Published Jul 01, 2000One of the most refreshing things about discussing comics with Top Shelf co-publishers Chris Staros and Brett Warnock is that they never seem defensive or apologetic about working in the comics industry. They don't just love comics, they also have tremendous confidence in the medium’s potential to entertain the mainstream. "Our goal," says Staros, "is to reintroduce North America to the literary art form it invented, but forgot."
This might sound naïve and fanciful to someone who associates comic books with superheroes, rockets, and obsessive, nerdy collectors. But as Staros says, “We’re purposely trying to publish books that would appeal to the general population, so that we can reach beyond the superhero ghetto." Craig Thompson's 1999 graphic novel Goodbye, Chunky Rice, which tells the story of a winsome, wandering turtle with allusive art and moody, lambent writing, exemplifies the kind of book that Staros says will "change the industry into something much more accessible."
Staros and Warnock deliberately published Chunky Rice as a complete, original work rather than the usual miniseries. Warnock sees no reason to split up a good book into fragments. "People want the story," he insists. "They don't care about collecting little things that they can stick in a bag." Warnock thinks that readers appreciate a self-contained work, because it offers closure, and a richer reading experience. "We’ve had publisher friends of ours who say, ‘Why didn’t you release [Goodbye, Chunky Rice] as a miniseries?’ But once you can sit down and hold that in your hand, and marvel at its beauty, and read the whole thing in one sitting, the dramatic power of that story is so much stronger than if you read one part of it, waited three months, got the next part of it, waited three months it’s anticlimactic to read it that way."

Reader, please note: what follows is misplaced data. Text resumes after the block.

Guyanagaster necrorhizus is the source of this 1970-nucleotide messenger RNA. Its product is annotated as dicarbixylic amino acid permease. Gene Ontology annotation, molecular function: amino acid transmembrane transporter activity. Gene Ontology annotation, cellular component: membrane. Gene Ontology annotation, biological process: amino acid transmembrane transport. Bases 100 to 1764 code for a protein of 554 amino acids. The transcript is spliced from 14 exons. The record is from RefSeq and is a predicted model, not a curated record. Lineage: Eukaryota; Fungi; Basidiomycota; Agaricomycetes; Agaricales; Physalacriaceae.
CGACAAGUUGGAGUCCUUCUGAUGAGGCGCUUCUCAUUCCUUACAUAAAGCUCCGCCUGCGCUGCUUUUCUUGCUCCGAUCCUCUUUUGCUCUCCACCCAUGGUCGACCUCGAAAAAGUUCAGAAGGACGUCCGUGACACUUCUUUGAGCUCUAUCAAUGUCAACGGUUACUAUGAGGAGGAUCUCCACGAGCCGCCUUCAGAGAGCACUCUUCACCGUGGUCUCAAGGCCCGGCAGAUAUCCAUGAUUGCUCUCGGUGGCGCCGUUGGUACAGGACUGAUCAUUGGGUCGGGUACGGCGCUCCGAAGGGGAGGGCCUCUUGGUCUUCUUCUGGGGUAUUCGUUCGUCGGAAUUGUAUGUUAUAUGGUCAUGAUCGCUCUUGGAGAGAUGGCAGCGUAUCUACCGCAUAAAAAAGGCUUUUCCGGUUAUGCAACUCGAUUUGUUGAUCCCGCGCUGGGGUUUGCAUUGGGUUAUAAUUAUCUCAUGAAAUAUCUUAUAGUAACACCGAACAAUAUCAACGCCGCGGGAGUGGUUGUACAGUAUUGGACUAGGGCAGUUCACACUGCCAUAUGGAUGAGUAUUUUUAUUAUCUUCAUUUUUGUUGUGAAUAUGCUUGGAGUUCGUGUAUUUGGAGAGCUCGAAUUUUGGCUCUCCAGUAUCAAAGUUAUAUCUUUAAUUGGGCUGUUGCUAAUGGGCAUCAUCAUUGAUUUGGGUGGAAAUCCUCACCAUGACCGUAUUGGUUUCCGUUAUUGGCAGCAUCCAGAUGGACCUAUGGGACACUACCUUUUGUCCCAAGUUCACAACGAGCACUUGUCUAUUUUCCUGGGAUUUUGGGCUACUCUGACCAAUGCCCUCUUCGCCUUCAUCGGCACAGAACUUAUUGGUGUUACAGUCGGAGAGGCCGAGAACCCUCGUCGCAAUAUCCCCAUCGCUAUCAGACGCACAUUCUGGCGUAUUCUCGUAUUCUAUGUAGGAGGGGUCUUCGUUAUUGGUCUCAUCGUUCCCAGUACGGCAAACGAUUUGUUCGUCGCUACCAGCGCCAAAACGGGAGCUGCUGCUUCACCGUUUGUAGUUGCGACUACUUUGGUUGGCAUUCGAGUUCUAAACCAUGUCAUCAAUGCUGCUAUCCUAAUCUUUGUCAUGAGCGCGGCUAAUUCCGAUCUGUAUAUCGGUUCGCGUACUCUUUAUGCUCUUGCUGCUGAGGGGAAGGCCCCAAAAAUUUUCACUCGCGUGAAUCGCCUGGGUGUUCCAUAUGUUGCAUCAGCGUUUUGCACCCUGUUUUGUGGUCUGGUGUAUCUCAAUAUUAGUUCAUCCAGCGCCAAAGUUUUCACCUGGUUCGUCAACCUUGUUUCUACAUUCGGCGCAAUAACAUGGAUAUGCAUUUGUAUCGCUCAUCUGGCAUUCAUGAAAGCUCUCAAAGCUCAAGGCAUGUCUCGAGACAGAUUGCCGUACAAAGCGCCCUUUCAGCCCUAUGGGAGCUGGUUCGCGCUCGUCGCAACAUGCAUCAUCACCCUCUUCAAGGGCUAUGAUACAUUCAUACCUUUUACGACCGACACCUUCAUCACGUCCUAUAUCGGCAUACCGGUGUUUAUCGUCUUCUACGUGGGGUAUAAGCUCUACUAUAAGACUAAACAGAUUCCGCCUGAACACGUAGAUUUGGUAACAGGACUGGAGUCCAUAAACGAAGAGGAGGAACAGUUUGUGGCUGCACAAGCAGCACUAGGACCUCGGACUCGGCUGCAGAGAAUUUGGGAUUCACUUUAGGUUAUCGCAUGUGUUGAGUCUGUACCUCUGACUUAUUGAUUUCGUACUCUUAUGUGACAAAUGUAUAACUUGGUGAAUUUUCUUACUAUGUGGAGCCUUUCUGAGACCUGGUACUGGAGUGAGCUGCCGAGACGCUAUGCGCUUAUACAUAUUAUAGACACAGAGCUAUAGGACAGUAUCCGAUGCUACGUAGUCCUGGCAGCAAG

"I've actually seen a lot of women pick up Goodbye, Chunky Rice," says Maria Harrell, who buys Top Shelf books for San Francisco-based distributor Last Gasp. “Top Shelf is one of those publishers that doesn't fit any stereotypes. They’re open to everyone." That wide appeal may explain why, in some markets (according to Staros), Top Shelf books sell better in bookstores than in comic stores. Harrell confirms that Top Shelf works harder than other comics publishers to get their books into bookstores, which, Staros explains, offer a different environment for selling comics. "The book trade treats graphic novels like perennial books, and keeps them in stock. So over a period of time, the book trade will more than likely move more copies than the direct comic book market, which is still kind of set up to sell monthly pamphlet comics once, and then move on to next month’s title."
The meticulous, engaging book design of Chunky Rice also reflects the consistently high production values at Top Shelf. From the outset, says Warnock, he wanted to make "something that’s almost a fetish object, that when you hold it, it commands its own presence, regardless of the content."
Warnock put out the first of Top Shelf’s cornerstone anthologies in 1995, as a showcase for the mini-comics artists, like Adrian Tomine and Marc Bell, that he read in college. In 1997, he partnered with Staros to form Top Shelf Productions, and since then, says Staros, the company has grown ten times in size. They released their largest, most ambitious anthology, Under The Big Top, late last year, and recently secured exclusive North American distribution rights for Alan Moore and Eddie Campbell’s From Hell, as well as for books by Israeli collective Actus Tragicus. All these projects attest to Warnock’s and Staros’ faith, not only in their wares, but in the strengths of the medium itself, and what it could very well become. "I really believe that in ten years, you won’t see a lot of pamphlet comics," says Warnock. "I think the future of comics is novels I mean books."